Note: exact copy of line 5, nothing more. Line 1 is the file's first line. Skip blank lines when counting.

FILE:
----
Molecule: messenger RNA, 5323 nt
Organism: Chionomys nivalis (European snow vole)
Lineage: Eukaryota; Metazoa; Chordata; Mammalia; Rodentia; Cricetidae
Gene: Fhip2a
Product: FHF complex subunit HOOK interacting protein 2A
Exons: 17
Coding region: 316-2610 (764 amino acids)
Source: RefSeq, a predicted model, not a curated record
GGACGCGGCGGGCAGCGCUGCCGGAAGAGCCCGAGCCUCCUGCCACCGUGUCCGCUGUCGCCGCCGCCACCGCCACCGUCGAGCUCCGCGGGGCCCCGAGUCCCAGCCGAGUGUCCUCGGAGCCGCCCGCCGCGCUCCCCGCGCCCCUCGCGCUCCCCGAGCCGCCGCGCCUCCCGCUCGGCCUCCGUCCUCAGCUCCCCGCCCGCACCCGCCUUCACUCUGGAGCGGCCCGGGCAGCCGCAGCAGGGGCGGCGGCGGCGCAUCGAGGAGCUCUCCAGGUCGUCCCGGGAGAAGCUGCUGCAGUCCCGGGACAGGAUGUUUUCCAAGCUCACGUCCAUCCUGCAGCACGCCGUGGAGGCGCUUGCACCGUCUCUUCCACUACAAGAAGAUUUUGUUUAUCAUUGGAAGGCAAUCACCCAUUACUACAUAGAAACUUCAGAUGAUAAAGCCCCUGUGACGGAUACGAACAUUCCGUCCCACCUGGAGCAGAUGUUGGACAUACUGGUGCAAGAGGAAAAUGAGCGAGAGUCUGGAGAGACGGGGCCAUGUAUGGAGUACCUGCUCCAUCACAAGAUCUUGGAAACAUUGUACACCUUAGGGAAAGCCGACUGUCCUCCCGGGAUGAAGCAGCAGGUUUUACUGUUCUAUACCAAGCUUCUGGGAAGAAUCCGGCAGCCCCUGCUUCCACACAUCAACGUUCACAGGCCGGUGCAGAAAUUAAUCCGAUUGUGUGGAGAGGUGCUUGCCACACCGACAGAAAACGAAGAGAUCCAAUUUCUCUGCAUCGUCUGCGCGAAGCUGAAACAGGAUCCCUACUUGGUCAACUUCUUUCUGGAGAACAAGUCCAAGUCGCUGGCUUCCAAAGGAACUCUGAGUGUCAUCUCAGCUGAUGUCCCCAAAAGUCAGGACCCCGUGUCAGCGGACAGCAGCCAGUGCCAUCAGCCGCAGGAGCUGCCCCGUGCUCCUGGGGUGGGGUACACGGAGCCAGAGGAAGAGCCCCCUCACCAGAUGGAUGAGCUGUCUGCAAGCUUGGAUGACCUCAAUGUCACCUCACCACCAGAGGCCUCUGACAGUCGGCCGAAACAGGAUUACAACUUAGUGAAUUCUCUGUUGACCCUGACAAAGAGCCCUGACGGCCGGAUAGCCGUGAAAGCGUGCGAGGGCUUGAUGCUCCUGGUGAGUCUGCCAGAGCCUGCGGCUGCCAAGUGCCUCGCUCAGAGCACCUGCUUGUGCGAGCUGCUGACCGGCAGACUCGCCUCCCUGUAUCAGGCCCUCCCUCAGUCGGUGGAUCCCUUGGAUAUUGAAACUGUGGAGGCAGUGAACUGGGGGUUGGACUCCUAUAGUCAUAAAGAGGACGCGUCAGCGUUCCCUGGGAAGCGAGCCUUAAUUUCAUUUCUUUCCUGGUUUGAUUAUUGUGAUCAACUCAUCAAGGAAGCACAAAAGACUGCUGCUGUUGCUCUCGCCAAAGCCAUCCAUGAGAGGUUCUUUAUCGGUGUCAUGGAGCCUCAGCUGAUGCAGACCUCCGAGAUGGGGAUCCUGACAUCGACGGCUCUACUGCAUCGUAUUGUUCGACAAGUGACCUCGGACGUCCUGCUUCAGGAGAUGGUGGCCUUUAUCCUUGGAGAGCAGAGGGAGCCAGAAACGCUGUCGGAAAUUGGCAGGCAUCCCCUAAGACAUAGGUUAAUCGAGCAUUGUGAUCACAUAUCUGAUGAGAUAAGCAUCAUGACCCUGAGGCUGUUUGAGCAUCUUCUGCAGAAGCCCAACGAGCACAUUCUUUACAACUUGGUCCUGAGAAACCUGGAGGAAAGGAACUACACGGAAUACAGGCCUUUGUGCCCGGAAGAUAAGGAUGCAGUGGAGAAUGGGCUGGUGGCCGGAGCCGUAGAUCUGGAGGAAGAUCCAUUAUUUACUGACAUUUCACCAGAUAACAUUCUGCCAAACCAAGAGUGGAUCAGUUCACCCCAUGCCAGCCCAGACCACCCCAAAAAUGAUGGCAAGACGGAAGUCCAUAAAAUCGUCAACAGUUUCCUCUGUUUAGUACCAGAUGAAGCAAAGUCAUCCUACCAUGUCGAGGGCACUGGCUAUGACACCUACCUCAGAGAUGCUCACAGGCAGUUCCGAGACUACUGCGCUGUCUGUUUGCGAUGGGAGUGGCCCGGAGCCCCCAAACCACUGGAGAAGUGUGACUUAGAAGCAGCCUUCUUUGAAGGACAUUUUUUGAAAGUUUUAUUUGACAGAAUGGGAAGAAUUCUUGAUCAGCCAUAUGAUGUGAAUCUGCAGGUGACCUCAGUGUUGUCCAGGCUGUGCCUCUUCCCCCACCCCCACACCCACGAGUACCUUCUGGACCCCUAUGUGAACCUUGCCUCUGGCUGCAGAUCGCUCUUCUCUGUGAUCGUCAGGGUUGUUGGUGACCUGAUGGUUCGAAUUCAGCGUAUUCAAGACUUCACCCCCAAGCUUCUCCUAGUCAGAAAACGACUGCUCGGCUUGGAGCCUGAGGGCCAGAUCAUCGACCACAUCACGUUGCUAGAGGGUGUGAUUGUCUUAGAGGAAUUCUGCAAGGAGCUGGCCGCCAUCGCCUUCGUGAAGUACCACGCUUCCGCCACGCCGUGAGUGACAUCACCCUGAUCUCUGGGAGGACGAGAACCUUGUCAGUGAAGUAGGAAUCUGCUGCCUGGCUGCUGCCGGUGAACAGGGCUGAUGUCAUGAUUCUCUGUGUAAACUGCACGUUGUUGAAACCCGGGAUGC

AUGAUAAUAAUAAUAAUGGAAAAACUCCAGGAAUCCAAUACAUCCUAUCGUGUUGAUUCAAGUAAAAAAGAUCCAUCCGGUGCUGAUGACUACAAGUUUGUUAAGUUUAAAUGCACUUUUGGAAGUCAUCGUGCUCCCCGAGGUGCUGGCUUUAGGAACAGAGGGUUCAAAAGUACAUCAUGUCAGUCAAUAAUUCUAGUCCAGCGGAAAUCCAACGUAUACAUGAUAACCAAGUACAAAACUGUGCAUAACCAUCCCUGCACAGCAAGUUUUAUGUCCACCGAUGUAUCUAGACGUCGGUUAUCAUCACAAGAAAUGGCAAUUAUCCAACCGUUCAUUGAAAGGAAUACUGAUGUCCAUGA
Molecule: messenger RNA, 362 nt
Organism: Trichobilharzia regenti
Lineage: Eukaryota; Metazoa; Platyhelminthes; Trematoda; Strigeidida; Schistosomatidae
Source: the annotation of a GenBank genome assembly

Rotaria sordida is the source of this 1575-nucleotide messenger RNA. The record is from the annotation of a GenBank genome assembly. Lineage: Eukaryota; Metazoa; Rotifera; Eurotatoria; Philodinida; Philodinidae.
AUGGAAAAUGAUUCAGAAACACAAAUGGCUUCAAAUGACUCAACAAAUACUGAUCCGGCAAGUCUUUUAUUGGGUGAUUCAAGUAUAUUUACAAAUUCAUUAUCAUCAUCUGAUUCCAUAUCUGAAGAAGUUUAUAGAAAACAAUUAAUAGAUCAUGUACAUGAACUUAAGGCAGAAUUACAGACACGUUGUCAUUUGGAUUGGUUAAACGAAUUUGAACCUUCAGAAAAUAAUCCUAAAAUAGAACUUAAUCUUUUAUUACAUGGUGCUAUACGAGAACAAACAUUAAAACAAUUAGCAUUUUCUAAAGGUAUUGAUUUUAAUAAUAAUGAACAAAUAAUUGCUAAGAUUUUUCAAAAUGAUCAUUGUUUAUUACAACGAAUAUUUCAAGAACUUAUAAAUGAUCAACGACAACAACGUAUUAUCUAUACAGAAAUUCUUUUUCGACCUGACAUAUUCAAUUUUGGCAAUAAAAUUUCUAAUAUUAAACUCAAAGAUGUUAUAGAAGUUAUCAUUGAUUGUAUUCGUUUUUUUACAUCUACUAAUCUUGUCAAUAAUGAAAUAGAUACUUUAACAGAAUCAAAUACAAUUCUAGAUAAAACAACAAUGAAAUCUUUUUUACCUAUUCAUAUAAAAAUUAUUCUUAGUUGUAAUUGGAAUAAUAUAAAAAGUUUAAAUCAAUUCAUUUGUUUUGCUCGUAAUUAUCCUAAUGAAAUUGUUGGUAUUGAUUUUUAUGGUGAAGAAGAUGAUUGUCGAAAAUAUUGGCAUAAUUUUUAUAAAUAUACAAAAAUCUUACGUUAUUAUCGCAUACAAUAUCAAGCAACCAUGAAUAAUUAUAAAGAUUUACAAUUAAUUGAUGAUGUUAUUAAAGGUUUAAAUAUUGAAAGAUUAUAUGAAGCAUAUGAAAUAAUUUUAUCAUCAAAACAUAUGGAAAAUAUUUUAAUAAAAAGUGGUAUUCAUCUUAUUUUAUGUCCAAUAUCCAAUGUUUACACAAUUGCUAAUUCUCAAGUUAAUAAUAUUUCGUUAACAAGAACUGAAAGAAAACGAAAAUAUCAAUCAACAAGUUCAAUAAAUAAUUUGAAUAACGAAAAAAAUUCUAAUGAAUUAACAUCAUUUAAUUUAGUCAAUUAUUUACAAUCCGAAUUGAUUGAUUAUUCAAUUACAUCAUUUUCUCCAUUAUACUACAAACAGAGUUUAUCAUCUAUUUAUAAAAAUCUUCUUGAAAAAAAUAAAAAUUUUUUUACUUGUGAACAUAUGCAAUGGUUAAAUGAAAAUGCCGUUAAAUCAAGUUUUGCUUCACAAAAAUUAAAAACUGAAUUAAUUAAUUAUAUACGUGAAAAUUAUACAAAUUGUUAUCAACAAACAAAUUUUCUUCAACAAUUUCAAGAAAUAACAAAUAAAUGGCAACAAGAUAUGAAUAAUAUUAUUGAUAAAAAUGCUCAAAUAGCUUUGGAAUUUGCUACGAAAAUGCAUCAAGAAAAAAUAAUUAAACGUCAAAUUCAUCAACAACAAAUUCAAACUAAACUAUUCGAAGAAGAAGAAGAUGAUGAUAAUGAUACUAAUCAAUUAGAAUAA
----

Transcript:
Product: FHF complex subunit HOOK interacting protein 2A